Things to Do in Fort Wayne and Beyond

A Musical Convergence


Deborah Kennedy

Whatzup Features Writer

Published June 1, 2017

Heads Up! This article is 5 years old.

It only lasts two days, but Sweetwater’s GearFest is the kind of event people talk about for weeks, months, even years after the last tent comes down and guitar is packed away.

That’s because GearFest is a veritable smorgasbord of gear, a musician’s mecca where an aspiring or even seasoned artist can find exactly what she’s looking for, be that a crazy hot amp, a sweet drum kit or a rare, vintage six-string. Name the object of your musical lust and chances are very good you’ll spy it at GearFest, either for sale, on display or being put to good use by one of your favorite, hard working heroes.

GearFest will take over Sweetwater’s campus Friday-Saturday, June 17-18. Festivities will run from 9 a.m.-6 p.m. Friday and 9 a.m.-5 p.m. Saturday. The largest open-to-the-public music trade show in the United States, GearFest has another significant claim to fame: all the festivities – including workshops, presentations, demonstrations and just plain jam sessions – are absolutely free. Of course, if you plan on springing for a new Fender Stratocaster or set of Zildjian snares, you might want to bring your wallet.

That dream guitar and fantasy kit won’t necessarily cost you as much as it might in a traditional music store, as GearFest, in addition to diversity of merchandise and musician presenters, boasts some serious deals and discounts.

With more than 500 exhibitors taking part, GearFest brings some of the biggest names in the music industry to Fort Wayne’s backyard, including Gibson, Yamaha, Audio-Technica, Sony, Gretsch, Rode, Bose, Epiphone, Vox and Denon. In addition to new equipment and gear, attendees can shop for gently used and downright antique items in the event’s flea market, a perennial favorite for anyone with an eye for the rare.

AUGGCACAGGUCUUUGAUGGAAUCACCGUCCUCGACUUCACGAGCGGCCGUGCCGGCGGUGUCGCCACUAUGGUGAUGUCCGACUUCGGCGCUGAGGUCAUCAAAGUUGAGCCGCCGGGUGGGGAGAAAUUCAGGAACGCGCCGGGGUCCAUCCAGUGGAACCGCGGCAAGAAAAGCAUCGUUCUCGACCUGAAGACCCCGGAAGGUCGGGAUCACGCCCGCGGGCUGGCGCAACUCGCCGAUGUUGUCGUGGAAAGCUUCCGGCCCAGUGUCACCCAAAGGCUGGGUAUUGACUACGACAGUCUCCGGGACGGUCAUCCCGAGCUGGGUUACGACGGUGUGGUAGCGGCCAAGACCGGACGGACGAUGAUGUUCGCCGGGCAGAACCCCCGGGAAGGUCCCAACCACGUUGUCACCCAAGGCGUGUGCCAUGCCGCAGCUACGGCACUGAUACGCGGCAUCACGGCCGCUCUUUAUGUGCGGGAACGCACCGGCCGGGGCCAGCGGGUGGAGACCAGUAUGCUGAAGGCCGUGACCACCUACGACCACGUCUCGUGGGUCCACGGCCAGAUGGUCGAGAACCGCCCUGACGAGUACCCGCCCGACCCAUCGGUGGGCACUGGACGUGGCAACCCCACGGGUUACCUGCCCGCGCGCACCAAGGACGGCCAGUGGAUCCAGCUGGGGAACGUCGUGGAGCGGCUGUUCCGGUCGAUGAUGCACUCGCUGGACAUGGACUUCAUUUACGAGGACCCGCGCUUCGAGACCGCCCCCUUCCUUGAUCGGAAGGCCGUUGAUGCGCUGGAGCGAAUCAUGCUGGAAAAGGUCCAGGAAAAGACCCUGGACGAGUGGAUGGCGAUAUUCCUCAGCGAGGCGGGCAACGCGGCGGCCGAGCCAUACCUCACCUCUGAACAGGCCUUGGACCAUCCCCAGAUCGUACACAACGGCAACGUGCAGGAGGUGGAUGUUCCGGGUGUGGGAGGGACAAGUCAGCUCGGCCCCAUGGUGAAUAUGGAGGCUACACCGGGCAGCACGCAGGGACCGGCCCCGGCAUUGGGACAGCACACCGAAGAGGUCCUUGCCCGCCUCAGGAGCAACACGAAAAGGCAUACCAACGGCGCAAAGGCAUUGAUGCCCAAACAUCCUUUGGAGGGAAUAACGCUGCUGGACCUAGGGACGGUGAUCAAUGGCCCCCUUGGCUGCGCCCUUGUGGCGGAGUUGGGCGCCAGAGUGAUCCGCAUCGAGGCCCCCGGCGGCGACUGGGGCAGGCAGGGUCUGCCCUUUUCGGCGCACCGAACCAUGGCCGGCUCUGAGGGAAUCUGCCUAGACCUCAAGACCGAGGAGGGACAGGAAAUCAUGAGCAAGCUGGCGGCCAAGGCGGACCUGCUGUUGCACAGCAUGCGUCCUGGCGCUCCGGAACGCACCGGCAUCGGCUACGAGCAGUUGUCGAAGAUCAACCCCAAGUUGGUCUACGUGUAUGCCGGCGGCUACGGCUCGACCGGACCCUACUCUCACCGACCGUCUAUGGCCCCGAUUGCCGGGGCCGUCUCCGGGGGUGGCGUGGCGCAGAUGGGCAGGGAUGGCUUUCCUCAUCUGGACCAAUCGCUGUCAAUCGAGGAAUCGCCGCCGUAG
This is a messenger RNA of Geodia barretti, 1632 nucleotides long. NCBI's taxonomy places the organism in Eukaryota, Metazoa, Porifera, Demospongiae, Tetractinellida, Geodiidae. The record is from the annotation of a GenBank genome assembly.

Now in its 15th year, much of GearFest’s offerings will be familiar to those who have attended workshops and seminars in the past and perused its dozens of tents and four semi-truck trailers’ worth of merch. Don’t forget, too, the free guitar and bass restringing services, $88,000 in gear giveaways, and a chance to get up close and personal with Neil Peart’s R40 drum kit.

A new perk introduced just this year is overnight tent and RV camping within walking distance of Sweetwater. Spaces can be reserved online on the GearFest website.

According to Sweetwater founder and president Chuck Surack, something GearFest offers that many other trade shows do not is a chance for music lovers, do-it-themselves producers and gearheads to see and experience what is often only reserved for industry VIPs.

“GearFest is a unique event in the music retail business, where musicians and audio enthusiasts can come to see, hear, enjoy — not to mention buy — what is usually reserved for music-industry insiders at your typical trade show,” he said. “We’re particularly proud that GearFest has such a reputation that it is now bringing people from literally all over the world to Sweetwater’s campus in Fort Wayne.”

One of those people is Todd Sucherman, long-time Styx drummer and much sought-after session musician, who will play a 45-minute set to demonstrate the appeal and unique sound of Pearl drums at 11 a.m. on Saturday. Sucherman’s appearance at GearFest, his first, came about as part of a lucky coincidence. Styx are playing the Foellinger Theatre June 18 as part of the venue’s summer concert series (see feature story on page 5) so Sucherman had the time and opportunity to swing by Sweetwater and treat audiences to a little taste of what passionate pop rock, born and bred in the Midwest, is all about.